The problem was created in the first place because I decided to recalculate the normals during animation updates (I am not 100% sure anymore if this is really needed, although it probably should be). But different vertices (even if they have the same position) mean different normals, as long as you don’t specify, which vertices should get the same normals. Since this information does not seem to be contained in the .X files, instead now I just update the normals directly via the bone transforms.

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GSoC 2020

Saving the game and memory leaks

So the next thing I wanted to do was getting saving and loading to work. The Wintermute Engine has a, I would say, rather sophisticated save system. Basically it is possible to save an entire object graph into a file and then getting it back later, without the user code having to do anything about it apart from saving it’s own state (actually, the engine handles things in a way such that loading and saving can be handled by the same function for the object being saved/loaded in). Essentially this is achieved by registering newly instantiated objects (via new overload) and keeping them in a special container class.

Now there are some caveats here, for example when one is dealing with a subclass of a class with such a new overload, which actually is not supposed to be registered. In this case one has to disable the whole registering process via a flag, something I had to find out via debugging and comparing with the WME code.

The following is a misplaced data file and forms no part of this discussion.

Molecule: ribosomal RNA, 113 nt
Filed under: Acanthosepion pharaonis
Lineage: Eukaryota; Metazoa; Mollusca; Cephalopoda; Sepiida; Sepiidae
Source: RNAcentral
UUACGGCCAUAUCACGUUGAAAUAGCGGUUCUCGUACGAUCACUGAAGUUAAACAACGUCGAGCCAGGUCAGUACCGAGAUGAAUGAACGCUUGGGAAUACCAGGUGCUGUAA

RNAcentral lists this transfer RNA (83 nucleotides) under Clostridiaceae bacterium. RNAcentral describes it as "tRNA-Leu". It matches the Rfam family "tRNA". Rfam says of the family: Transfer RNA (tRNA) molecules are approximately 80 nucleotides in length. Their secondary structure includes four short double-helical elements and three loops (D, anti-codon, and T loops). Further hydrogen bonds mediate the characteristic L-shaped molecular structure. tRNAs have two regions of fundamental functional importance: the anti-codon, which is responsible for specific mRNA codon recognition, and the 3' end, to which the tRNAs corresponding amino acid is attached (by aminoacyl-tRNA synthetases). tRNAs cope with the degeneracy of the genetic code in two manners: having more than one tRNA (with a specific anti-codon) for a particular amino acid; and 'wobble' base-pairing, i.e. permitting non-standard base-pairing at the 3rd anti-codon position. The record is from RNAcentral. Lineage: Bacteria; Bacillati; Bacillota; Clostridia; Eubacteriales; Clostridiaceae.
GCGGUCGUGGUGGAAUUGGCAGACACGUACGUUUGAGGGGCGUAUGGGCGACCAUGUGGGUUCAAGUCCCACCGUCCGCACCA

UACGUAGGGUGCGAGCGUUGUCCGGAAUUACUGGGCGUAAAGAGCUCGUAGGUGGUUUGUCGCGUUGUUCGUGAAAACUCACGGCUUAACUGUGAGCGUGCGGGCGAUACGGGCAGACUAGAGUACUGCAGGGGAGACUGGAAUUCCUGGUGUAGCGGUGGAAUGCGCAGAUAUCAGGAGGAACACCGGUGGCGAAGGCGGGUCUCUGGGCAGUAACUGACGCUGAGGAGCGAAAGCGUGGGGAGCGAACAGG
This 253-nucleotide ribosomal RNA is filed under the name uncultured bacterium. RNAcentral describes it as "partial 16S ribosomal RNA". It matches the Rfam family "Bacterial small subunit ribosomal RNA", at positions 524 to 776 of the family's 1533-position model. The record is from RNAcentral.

Another problem is compability with ScummVM savegames. The 3d code adds new classing and member variables, which are going to end up in the save file. This would lead to inconsistencies betweem save files from ScummVM and ResidualVM. The proposed solution here is to only save/load the 3d classes and variables in case we are playing a 3d game, which should work but I have not tested this yet.

Also loading a save file in Alpha Polaris seems to introduce at least one bug, certain info texts disappear too quickly and thus are not readable. Also text input (which is required at certain times in the game) is not possible anymore.

One reason I started too work on save files was actually to be able to play the whole game since after a while the performance would drop so much that I had to stop the game. Turned out that the problem here were memory leaks. Fixing them made it possible to play the whole game in one go, without any saves (which basically are broken at the moment). This is very good news as it means there is no big stuff missing which would be required to finish the game. It also showed that the leaks were indeed fixed since memory usage became stable after a while (although 2GB still seems a little bit too much to me).

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GSoC 2020

3D object selection

We are now able to select 3d objects by mouse clicks (2d object selection was already part of the ScummVM Wintermute port). Take a look at the following screenshot:

The cursor indicates that it is pointing onto our main protagonist.

Essentially what happens is that we have a bounding rectangle (constructed from a bounding box) for our model, which is added to a list. Every frame the list is traversed. If the mouse coordinates land in one of the rectangles, a more precise test is performed. In case of our model this means that we send a ray into the scene and check if it hits one of the triangles of the model. If so, the model becomes the active object, which means it can be selected by a mouse click.